I often view a deadline to deliver our magazine to the printer every three weeks like I did a project deadline in grade school. This magazine is the result of our reporting over the past three weeks and often many of the articles have been in the works for much longer.
Here’s some scribbles from our notebooks related to things you’ll find in this issue:
• In late November, we learned the USDA had acquiesced to a request from the E.U. to comply with an agreement to measure on-farm somatic cell counts of milk used in products destined for the E.U. The 400,000 limit is what they said they would allow.
Compliance or other arrangements will be required by August. Since then, we’ve been looking for the ripple effects of that announcement. They are just starting to appear. Read the background behind the USDA’s reasoning for agreeing to comply and how it plans to deal with the sticky issues of non-compliant farms in the near future. Click here to read more about this plan.
We’ll be tracking in future issues what this means for the potential to change the U.S. legal limit to 400,000 and how co-ops will be helping their non-compliant.
• Inside this issue of the magazine you will find a folded poster stuck to one of your magazine pages. This is a map of the Farm Credit Dairy Center with dairy exhibitors planning to attend World Ag Expo. Take at look at what this year’s show, including our first-ever live seminars, has to offer.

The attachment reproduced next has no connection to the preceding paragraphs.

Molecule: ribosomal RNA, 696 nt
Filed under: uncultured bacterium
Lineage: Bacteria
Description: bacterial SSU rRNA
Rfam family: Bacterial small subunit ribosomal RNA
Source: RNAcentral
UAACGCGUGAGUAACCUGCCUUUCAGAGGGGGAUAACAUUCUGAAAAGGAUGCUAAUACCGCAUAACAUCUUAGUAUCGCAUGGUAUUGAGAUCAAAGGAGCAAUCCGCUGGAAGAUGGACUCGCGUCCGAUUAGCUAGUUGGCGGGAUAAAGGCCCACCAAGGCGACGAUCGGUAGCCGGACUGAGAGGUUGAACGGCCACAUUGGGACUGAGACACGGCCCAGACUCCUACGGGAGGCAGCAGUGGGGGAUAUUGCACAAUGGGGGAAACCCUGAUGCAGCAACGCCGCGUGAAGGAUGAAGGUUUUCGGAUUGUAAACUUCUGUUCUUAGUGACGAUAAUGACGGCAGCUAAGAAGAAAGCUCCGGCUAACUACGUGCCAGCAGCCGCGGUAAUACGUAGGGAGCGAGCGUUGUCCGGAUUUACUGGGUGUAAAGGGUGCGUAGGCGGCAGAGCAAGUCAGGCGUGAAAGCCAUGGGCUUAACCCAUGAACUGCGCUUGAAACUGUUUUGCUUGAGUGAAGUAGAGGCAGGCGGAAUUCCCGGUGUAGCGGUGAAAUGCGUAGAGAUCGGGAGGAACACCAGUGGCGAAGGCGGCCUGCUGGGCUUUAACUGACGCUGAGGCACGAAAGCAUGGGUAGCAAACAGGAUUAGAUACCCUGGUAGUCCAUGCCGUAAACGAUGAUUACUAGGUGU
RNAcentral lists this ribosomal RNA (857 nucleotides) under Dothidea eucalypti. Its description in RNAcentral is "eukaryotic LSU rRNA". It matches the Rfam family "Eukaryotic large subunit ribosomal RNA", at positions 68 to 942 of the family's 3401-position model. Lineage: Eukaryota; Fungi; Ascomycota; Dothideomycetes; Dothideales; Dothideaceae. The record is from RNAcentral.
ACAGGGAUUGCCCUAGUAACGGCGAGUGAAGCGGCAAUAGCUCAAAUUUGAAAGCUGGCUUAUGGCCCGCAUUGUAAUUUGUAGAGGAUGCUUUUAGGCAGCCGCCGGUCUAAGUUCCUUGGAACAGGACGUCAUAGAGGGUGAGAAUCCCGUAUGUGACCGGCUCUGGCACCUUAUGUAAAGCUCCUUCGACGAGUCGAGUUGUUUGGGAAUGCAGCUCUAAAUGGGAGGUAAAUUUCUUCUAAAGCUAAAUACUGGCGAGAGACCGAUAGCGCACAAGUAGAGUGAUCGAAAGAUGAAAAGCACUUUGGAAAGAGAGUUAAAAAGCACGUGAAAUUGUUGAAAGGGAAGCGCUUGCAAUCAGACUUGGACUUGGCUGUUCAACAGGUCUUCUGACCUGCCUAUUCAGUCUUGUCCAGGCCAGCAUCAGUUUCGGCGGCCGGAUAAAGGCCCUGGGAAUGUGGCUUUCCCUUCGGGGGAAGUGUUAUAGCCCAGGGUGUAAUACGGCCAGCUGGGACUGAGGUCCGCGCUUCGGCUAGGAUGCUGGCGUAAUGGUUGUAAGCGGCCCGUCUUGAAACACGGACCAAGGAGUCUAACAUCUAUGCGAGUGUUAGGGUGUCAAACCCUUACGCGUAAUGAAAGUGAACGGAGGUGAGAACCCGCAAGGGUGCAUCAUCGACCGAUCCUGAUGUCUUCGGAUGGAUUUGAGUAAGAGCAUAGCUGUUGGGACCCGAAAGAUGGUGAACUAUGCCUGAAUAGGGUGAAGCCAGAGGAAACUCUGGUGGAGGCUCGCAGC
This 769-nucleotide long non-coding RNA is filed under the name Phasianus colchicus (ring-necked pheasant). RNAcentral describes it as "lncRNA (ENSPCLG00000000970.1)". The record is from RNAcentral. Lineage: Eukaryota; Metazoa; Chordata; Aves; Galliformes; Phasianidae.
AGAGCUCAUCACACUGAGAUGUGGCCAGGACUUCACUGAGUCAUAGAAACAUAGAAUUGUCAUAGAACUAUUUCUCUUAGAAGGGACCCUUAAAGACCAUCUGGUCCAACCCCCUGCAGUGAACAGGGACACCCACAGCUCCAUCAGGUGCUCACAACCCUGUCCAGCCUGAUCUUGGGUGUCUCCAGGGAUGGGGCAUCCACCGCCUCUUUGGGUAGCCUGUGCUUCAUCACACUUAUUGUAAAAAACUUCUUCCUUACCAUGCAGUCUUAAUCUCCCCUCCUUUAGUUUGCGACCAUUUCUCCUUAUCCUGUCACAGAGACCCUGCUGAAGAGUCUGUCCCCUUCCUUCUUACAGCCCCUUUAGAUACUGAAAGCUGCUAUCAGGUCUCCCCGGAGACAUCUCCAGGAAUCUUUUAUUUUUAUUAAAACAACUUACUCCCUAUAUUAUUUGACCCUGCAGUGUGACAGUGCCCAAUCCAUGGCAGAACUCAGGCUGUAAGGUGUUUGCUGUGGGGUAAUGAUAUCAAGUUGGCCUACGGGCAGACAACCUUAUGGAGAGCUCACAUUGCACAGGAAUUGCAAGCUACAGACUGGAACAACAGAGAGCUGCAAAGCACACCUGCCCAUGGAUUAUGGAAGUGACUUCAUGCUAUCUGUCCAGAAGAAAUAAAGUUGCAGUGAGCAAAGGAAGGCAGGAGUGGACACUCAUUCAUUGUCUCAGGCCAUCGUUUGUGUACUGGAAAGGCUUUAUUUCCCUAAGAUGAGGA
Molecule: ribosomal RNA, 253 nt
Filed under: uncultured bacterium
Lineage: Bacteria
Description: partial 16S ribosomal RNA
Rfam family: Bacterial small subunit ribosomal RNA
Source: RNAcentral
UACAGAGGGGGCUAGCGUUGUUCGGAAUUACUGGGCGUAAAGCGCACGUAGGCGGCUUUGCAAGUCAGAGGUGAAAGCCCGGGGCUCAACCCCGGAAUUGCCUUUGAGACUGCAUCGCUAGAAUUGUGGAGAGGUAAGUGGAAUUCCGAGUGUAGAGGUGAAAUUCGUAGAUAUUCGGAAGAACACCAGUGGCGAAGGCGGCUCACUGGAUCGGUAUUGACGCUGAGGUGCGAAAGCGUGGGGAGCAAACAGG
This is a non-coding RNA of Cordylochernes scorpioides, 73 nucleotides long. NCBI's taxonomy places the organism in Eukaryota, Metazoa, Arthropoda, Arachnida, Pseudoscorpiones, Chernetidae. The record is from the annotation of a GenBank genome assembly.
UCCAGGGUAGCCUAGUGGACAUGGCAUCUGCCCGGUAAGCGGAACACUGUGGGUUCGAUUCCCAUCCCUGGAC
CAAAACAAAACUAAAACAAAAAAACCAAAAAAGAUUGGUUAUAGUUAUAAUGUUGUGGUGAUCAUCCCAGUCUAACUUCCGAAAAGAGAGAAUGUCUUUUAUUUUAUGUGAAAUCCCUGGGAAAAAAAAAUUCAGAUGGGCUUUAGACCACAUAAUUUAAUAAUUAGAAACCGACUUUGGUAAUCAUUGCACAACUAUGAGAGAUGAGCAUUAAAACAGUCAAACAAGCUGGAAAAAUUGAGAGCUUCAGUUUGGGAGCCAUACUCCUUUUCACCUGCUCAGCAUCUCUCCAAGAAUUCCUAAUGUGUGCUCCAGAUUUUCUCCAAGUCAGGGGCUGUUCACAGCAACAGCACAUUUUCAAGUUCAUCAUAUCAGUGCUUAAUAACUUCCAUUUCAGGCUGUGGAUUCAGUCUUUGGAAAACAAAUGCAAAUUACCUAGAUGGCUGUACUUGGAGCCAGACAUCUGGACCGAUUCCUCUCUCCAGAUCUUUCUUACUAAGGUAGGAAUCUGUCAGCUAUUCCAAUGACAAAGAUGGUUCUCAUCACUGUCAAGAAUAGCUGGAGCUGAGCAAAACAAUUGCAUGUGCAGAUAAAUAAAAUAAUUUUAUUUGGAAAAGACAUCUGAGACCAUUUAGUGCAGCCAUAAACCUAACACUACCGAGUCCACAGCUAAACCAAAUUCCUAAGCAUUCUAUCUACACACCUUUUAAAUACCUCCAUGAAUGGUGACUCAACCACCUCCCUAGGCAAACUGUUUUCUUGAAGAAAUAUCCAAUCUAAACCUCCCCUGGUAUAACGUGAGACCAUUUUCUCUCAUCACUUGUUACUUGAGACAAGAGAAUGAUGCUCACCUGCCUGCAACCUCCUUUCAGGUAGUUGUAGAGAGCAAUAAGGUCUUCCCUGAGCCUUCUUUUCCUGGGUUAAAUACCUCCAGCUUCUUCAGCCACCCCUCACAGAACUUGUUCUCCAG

• We’ve had great response from readers who like hearing from the dairy consumers we’ve been talking to. We’ve asked consumers why they buy dairy products and their perceptions of who produces them – you, the dairy farmers. Click here to read about another one of those consumers.
• Our poll asking about your level of support for the Dairy Security Act has been running for some time now. In our next issue, we’ll report the results. So if you haven’t already commented, please do so soon. We want to make sure to count your vote. Click here to read comments from those who have already expressed their opinions.
• I keep hearing from producers about their discouragement with finding and verifying the legal status of their employees. A producer recently wrote: “I don’t know where to turn for help without drawing unnecessary attention to our farm and staff.”
Immigration reform remains stalled in Washington, leaving producers with few viable options or foreseeable hope. Compliance with current regulations, including I-9 forms, is still best. We’re doing some research about other alternative workforce and recruitment options that have been successful.
• Lastly, Progressive Dairyman extends its condolences to the Maddox family at the passing of its patriarch, Doug Maddox. Click here to read a tribute to his life.
I was most struck by Doug’s comment that he said he lived during the dairy industry’s ‘Golden Era.’ Doug continued to work to the end to see that the industry had a future as bright, or more so, than the one he helped benefit from. He was an example of commitment, heritage and perserverance. He will be missed. PD